LadBible’s competitors are often seen as fellow social publishers such as Buzzfeed, Mashable, and Vice, which also provide content on a variety of topics from culture and politics to sport and dating. The demise of mens’ magazines such as Loaded and FHM, which had once enjoyed established print offerings, created an online demand for similar content, and the new breed of companies are all fighting for visitors to translate to advertising income via their social and web-based outlets.

In terms of revenue, Buzzfeed is much larger, with sales of $321 million for 2020 and plans of its own to list in the US via a Buzzfeed SPAC which could value the company at $1 billion, later in 2021.

How does LadBible make money?

LadBible makes money through its ‘blended advertising’ model of on-site advertising, branded content and third-party platform ads. In 2019 it saw a 160% rise in display advertising revenue over six months as it was able to better monetise its social audience through an increased focus on efficient data management. 

What is LadBible’s business strategy?

LadBible’s strategy is, as it has always been, to create viral content via its website and social channels in a bid to attract advertising revenue. It also delivers branded content for organisations ranging from Pepsi Max to Cancer Research.

The company’s challenge in recent years has been to maintain a relevance in its messaging and brand perception to maximise its proposition to advertisers and shake off the perception of having a lower-quality inventory. The company has since introduced polls onsite to seek feedback from readers on topics and commercial initiatives, helping the company refine topics and see how users react to campaigns. LadBible has been noted for a reliance on referral traffic from social sites, particularly Facebook, as a means of distributing its content.

With the proceeds of an IPO, the company may look to target acquisitions, since it has form with the 2018 purchase of UniLad. The company has also expressed an interest in disrupting traditional broadcasters, as well as expanding into the US and capitalising on its considerable American audience.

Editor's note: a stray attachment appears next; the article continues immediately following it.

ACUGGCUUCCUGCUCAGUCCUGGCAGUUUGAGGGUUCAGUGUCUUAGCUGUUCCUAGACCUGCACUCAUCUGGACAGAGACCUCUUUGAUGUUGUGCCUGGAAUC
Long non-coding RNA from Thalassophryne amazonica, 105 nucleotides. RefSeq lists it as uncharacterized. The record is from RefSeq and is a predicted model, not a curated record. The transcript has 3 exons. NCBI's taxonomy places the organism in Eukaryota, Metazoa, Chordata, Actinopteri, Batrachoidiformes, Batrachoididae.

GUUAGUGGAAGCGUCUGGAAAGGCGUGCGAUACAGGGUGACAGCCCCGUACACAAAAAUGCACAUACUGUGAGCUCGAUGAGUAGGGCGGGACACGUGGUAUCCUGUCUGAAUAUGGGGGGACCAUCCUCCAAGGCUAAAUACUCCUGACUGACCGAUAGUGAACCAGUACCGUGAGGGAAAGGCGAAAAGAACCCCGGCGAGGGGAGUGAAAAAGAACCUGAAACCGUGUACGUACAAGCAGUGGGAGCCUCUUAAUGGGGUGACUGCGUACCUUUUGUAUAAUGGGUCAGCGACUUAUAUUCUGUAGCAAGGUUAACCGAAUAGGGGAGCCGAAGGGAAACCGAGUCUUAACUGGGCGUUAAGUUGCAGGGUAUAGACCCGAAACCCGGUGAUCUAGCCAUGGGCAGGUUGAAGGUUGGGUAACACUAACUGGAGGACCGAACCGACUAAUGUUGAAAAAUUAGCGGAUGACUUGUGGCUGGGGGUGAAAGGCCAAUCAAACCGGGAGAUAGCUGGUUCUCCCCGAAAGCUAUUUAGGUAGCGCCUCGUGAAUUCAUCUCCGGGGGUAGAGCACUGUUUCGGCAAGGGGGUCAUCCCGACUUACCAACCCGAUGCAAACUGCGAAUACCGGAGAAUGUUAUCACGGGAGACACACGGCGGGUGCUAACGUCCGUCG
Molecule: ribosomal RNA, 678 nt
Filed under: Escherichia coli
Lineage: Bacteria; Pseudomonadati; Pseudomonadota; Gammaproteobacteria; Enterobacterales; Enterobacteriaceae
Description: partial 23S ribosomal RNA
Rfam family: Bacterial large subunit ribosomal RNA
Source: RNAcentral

Is LadBible profitable?

LadBible showed a pre-tax profit of £2.1 million on revenues of £29 million for the 2019 period, according to its latest accounts. This compares to a profit of £3.6 million on sales of £20.4 million for the 2018 period. The decline in profits for the most recent figures is revealed in the company’s strategic report as being down to ‘continued investment in people and ‘exceptional costs’ in the year’.

Who owns LadBible?

LadBible is said to be still largely owned by its founders, although the stakes they hold in the business are unclear. Founder of online fashion retailer Mahmud Kamani was an early investor in the business, but information in the public domain about any previous fundraising rounds and/or equity shares is limited.

Board of directors of LadBible

LadBible has a number of key personnel that have helped progress the company to its current multi-billion dollar valuation. Here are some of them, correct as of July 2021.



Chief Executive Officer/Co-Founder

Solly Solomou

Chief Operating Officer

Arian Kalantari

Chief Financial Officer

Tim Croston

Head of Marketing and Communications

Maya Orr

Head of Sales

Rachel Hall